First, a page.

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   Mykonos, Greece  


Getting There: Mykonos is part of Greece’s Cyclades island group in the Aegean Sea, approximately 100 miles from Athens. Depending on the U.S. departure city, flights are available to Athens by Air France, British Airways, Delta, KLM, Lufthansa, Swissair, and TWA. Flying time from New York to Athens is eight hours on direct flights. The 1-800 phone numbers and Web links for these airlines are available at this magazine’s Airlines page.

The Greek Islands are served by Greece’s Olympic Airways. Mykonos is a 30 minute flight from Athens. There is not a U.S. 1-800 phone number for Olympic, but you can search flight schedules on the Flight Search links provided on this magazine’s Travel Info page. Booking flights through a travel agent in the U.S. is recommended, and you can also book flights by calling Olympic Airways directly in Athens at 011-30-1/969-4466.

Auto rentals are an optional luxury for getting around small Mykonos. Car rentals are available at the Mykonos airport and near the windmill bus stop. U.S.-based rental agencies serving Mykonos include Hertz and Avis. The 1-800 phone numbers and web links for these firms are available at the Autos page. The Web links below include maps of Mykonos island. If you will be renting a car on Mykonos and other locations in Greece, you may want to consider purchasing the Michelin Greece roadmap for your travels (accessible via the amazon.com ad link below).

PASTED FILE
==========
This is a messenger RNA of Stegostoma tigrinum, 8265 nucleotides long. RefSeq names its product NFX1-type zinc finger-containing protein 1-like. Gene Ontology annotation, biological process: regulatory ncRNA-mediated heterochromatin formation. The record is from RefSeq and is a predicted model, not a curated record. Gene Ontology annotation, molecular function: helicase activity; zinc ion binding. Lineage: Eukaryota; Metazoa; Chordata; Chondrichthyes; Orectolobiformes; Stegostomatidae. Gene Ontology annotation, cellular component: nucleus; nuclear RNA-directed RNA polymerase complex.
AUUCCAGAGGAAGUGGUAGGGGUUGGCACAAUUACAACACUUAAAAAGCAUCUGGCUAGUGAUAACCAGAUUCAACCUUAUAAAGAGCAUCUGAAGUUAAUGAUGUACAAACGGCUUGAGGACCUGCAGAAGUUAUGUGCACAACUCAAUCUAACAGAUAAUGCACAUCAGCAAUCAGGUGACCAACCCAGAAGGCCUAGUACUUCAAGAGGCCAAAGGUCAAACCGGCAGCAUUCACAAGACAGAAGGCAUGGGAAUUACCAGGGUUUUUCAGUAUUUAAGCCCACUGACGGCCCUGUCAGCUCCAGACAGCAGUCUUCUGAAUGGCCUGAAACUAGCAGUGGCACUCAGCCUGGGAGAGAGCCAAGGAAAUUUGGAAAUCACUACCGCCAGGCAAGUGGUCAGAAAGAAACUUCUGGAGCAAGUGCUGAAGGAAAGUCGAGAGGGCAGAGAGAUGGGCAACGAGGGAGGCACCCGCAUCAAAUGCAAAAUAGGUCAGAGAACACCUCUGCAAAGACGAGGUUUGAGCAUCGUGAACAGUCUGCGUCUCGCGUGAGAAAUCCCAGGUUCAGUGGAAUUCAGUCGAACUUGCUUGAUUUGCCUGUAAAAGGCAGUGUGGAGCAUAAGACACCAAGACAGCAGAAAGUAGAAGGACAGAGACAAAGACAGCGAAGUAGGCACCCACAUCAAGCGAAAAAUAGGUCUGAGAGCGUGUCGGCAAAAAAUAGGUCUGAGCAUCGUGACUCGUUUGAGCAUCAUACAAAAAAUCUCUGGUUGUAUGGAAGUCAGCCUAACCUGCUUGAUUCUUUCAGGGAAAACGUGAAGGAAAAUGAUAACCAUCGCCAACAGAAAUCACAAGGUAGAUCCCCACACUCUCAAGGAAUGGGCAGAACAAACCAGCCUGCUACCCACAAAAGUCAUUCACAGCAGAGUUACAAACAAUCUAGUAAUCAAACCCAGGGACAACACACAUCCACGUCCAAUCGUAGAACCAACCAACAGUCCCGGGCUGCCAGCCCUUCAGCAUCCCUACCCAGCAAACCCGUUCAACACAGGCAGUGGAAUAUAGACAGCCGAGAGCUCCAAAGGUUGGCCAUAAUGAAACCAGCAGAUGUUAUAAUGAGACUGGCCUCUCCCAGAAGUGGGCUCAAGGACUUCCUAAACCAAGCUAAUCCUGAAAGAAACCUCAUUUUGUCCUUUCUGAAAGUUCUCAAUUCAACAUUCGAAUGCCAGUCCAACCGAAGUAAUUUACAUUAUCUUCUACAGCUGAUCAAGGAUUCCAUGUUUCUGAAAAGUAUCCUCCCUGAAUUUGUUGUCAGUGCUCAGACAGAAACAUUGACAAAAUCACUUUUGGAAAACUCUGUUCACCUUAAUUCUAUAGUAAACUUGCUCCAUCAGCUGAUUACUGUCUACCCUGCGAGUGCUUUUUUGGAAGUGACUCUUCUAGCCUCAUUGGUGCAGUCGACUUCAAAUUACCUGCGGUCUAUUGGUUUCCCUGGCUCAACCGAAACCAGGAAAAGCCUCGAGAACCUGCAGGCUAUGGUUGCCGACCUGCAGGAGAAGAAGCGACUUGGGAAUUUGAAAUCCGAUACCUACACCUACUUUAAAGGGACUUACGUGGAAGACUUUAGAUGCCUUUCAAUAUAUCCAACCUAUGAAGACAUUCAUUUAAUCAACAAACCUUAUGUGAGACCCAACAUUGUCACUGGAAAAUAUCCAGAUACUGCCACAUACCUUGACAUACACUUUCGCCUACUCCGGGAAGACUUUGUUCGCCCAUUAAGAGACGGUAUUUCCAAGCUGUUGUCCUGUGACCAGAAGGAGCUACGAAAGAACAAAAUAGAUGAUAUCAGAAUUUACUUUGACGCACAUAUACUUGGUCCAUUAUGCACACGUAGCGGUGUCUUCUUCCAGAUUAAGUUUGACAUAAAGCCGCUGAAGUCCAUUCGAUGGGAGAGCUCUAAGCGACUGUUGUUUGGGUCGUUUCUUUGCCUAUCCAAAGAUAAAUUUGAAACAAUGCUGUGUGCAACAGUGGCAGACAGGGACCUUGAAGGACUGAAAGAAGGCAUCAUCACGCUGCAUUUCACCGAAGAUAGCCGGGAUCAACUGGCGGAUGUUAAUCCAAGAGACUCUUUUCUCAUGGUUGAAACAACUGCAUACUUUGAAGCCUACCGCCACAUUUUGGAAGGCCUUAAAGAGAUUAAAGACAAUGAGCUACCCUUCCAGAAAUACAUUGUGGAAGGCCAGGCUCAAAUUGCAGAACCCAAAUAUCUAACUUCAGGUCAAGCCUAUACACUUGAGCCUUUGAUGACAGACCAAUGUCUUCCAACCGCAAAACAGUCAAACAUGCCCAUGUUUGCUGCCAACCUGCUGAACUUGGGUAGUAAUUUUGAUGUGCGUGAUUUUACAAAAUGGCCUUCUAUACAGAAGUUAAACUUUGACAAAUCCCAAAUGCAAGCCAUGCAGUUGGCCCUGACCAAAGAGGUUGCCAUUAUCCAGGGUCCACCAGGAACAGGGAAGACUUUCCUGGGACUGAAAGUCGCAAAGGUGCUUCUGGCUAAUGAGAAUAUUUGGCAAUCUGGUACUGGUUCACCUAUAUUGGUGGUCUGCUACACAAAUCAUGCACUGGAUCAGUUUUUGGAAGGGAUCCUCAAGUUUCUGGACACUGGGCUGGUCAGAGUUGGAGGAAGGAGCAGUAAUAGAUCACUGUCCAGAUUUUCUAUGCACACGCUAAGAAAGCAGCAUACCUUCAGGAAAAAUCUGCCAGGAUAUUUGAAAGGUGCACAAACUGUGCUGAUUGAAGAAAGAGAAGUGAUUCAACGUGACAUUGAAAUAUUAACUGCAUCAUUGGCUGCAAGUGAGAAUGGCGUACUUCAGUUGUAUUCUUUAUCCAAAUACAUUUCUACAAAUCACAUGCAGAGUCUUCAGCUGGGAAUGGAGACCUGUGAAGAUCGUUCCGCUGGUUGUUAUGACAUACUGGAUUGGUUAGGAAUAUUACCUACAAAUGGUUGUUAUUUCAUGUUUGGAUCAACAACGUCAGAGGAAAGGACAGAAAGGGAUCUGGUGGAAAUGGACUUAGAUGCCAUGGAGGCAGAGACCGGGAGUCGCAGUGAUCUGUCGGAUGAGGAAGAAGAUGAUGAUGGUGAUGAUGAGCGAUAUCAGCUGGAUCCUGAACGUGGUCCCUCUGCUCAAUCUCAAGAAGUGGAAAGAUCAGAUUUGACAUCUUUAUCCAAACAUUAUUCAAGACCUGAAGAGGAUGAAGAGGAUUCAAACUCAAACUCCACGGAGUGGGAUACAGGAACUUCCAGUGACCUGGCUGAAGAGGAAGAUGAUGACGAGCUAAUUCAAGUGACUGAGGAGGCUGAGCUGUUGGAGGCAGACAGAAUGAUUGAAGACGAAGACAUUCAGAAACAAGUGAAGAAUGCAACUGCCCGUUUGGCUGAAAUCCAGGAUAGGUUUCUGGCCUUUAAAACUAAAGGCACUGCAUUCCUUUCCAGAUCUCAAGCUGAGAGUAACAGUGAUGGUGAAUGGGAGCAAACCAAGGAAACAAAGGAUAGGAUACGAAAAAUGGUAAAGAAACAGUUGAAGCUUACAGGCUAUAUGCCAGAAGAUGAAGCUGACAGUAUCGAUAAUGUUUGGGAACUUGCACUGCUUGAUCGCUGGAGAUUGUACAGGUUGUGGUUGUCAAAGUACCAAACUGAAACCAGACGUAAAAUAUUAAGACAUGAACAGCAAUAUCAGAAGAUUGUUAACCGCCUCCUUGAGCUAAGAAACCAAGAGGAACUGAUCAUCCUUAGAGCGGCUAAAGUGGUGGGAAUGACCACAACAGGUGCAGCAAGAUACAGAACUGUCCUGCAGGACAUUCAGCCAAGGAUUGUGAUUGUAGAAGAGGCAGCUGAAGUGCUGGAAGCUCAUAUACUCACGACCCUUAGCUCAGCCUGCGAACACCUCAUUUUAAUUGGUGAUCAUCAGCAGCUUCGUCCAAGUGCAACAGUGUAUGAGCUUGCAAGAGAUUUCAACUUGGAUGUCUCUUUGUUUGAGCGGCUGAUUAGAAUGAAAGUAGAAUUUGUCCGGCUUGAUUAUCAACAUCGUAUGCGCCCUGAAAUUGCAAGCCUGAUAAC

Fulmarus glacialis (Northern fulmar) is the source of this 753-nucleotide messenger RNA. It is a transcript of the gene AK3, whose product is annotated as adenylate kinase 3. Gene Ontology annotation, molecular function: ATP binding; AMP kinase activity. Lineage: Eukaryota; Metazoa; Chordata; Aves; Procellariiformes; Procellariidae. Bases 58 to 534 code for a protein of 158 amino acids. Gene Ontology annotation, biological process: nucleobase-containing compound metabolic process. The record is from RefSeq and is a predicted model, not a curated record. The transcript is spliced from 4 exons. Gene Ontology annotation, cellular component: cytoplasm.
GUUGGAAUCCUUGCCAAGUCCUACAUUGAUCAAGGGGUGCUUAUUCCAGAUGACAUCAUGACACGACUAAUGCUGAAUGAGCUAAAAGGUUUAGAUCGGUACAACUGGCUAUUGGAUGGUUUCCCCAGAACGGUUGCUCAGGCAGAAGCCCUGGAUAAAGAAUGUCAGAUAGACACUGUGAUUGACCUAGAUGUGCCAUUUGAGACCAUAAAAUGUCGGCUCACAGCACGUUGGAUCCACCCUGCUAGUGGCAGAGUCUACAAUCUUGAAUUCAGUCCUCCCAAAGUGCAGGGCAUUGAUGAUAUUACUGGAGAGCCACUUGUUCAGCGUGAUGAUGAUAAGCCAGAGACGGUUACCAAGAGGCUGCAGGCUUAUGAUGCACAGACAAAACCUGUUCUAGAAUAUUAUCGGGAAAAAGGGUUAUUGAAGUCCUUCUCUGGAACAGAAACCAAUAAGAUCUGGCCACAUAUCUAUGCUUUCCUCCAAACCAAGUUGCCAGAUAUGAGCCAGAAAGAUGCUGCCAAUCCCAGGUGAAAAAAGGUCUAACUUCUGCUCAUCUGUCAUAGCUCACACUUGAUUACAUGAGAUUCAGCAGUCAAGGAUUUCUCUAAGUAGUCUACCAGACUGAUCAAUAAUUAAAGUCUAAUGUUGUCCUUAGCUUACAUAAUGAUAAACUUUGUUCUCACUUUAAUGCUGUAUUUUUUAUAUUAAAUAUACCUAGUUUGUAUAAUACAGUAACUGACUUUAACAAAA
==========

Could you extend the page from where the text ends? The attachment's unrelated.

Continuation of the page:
map1.jpg (13724 bytes)

Staying There: Mykonos contains a number of lodging alternatives, ranging from campgrounds to Mykonos Town hotels and apartments, to beach-side villa resorts. Fodor’s Greece does a good job of rating the alternatives in various price ranges. We picked Kivotos Clubhotel, and could not have been more satisfied with the choice for a quiet, relaxing resort close to Mykonos Town. The Web sites below provide an overview of many of the islands lodging establishments, including Kivotos.

Kivotos Clubhotel pool
Courtesy: Kivotos Clubhotel, Mykonos

Ornos beach kayaker
Photo: Les Furnanz

Fodor’s Greece also does a good job of listing dining alternatives, as well as covering the antiquity site at nearby Delos. In addition, this travel book covers all of the major cities (lodging, dining) and attractions throughout Greece’s mainland and the remainder of the Greek Isles. This guidebook and others are available through the amazon.com ad link below.

Fast Facts: Mykonos’ terrain is dry and rugged, 10 miles long by 7 miles wide, and rising to two peaks, both named Profitis Ilias (~1,000 feet altitude). Mykonos has become one of the most popular and expensive of the Aegean islands due to the ambiance of Mykonos Town and the stretches of sandy beach. The temperature is pleasant in May and October, and hot in the summer. However, the consistent northerly summer winds provide a cooling relief.

Nearby Clycades islands which are worthy of a visit include nearby Andros, Tinos, Naxos, and Paros. Santorini is approximately 50 miles distant (the southernmost Cyclades island), and is reachable by Olympic Airways (15 minute flight) or by ferry. A recent High On Adventure article covers this travel destination, Greece's Fabled Santorini.

A useful site for Mykonos is:

Fresh Mykonos info on Greeka.com


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